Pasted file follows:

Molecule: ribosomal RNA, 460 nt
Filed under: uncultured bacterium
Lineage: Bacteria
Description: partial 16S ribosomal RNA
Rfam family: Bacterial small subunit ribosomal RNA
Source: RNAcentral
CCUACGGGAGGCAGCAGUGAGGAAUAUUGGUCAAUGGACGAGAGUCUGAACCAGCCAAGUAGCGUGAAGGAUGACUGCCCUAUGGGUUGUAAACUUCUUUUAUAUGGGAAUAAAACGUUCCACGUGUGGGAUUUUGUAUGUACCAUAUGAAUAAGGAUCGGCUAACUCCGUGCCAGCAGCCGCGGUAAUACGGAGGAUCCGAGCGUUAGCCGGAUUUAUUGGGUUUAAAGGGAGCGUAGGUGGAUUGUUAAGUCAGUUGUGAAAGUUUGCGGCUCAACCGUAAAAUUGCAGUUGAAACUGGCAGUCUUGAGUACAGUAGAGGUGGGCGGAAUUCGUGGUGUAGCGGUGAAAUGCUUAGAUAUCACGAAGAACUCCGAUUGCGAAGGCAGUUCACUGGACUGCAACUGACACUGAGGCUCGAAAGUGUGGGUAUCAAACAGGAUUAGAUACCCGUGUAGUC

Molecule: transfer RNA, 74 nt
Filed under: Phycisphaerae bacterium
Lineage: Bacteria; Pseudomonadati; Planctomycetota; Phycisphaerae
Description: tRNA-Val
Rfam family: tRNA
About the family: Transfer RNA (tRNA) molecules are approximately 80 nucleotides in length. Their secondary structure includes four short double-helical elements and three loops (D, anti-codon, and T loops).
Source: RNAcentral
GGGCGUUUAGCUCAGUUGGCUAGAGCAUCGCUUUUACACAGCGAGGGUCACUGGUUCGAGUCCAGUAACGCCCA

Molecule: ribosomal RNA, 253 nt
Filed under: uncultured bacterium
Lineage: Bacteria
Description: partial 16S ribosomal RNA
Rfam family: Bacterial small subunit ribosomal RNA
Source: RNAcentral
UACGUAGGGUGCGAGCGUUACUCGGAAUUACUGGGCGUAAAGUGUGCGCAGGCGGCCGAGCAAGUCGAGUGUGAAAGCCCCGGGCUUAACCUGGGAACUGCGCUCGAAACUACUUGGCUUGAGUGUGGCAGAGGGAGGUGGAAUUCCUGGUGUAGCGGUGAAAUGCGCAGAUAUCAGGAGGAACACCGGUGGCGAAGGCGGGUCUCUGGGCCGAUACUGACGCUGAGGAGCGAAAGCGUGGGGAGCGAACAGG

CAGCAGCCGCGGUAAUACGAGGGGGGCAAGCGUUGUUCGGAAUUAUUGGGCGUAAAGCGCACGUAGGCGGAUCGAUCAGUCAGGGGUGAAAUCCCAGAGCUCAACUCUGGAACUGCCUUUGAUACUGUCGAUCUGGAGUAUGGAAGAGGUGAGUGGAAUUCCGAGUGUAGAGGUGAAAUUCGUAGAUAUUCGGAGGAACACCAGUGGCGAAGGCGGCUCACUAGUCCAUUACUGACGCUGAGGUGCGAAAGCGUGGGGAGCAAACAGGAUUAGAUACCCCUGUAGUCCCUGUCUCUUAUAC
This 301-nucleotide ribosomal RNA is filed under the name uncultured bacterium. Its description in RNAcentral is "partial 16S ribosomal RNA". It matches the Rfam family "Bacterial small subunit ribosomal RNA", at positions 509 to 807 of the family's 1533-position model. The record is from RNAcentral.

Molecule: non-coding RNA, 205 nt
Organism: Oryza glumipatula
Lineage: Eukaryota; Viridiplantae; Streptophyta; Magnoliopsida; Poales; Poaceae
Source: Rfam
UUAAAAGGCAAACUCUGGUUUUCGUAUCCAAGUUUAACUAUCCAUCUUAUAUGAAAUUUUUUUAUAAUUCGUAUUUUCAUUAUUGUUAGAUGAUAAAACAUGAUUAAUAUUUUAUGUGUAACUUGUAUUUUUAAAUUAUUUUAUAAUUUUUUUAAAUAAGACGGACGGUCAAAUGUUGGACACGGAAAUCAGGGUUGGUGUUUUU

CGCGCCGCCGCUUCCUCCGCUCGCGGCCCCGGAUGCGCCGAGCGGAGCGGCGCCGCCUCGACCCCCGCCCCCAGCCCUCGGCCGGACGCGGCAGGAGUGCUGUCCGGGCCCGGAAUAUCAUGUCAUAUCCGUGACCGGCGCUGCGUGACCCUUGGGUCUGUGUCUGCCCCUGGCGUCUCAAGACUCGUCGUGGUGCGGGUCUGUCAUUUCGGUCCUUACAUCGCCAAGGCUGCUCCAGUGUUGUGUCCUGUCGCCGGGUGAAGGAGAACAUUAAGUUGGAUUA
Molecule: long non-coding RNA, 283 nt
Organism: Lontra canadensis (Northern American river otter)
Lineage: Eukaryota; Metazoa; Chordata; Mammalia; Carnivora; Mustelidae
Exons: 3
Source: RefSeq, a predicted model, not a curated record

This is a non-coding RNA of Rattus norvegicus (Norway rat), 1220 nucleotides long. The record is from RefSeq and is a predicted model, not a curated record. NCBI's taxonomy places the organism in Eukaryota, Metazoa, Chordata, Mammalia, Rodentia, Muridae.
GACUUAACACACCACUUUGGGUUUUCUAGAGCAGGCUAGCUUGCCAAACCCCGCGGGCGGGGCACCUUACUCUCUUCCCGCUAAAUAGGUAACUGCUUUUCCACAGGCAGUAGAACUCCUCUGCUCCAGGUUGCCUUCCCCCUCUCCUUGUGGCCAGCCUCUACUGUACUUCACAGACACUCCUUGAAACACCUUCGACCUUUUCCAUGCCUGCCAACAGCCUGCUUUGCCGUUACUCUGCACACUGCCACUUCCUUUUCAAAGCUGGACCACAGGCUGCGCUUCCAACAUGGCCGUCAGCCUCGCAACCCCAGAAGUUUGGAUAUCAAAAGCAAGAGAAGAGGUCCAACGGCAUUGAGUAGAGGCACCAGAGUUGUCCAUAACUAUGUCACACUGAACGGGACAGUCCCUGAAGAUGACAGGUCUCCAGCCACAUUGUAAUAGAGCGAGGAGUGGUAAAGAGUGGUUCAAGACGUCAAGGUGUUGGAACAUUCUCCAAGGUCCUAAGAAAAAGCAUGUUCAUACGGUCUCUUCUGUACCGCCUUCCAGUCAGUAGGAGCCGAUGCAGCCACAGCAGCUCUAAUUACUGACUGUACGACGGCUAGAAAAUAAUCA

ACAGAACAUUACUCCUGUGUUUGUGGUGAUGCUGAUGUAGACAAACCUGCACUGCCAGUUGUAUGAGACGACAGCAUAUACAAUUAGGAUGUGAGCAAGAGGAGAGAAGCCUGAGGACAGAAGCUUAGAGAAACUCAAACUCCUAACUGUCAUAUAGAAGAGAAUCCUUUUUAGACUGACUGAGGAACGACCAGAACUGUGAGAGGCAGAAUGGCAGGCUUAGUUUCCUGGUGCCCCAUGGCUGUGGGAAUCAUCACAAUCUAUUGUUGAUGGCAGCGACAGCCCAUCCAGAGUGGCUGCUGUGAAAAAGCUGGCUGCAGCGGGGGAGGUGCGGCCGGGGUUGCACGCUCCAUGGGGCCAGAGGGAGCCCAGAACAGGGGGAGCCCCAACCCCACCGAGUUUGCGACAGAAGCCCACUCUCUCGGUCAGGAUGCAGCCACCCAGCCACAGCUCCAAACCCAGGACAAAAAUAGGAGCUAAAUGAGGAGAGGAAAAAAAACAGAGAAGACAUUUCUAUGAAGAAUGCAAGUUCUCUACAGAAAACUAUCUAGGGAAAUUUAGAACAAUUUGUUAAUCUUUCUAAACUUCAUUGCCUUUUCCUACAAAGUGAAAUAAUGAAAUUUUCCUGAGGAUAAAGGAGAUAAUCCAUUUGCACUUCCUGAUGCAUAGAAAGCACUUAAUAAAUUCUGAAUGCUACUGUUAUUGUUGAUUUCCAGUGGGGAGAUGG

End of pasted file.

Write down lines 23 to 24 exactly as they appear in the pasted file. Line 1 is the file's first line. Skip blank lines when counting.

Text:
CAGCAGCCGCGGUAAUACGAGGGGGGCAAGCGUUGUUCGGAAUUAUUGGGCGUAAAGCGCACGUAGGCGGAUCGAUCAGUCAGGGGUGAAAUCCCAGAGCUCAACUCUGGAACUGCCUUUGAUACUGUCGAUCUGGAGUAUGGAAGAGGUGAGUGGAAUUCCGAGUGUAGAGGUGAAAUUCGUAGAUAUUCGGAGGAACACCAGUGGCGAAGGCGGCUCACUAGUCCAUUACUGACGCUGAGGUGCGAAAGCGUGGGGAGCAAACAGGAUUAGAUACCCCUGUAGUCCCUGUCUCUUAUAC
This 301-nucleotide ribosomal RNA is filed under the name uncultured bacterium. Its description in RNAcentral is "partial 16S ribosomal RNA". It matches the Rfam family "Bacterial small subunit ribosomal RNA", at positions 509 to 807 of the family's 1533-position model. The record is from RNAcentral.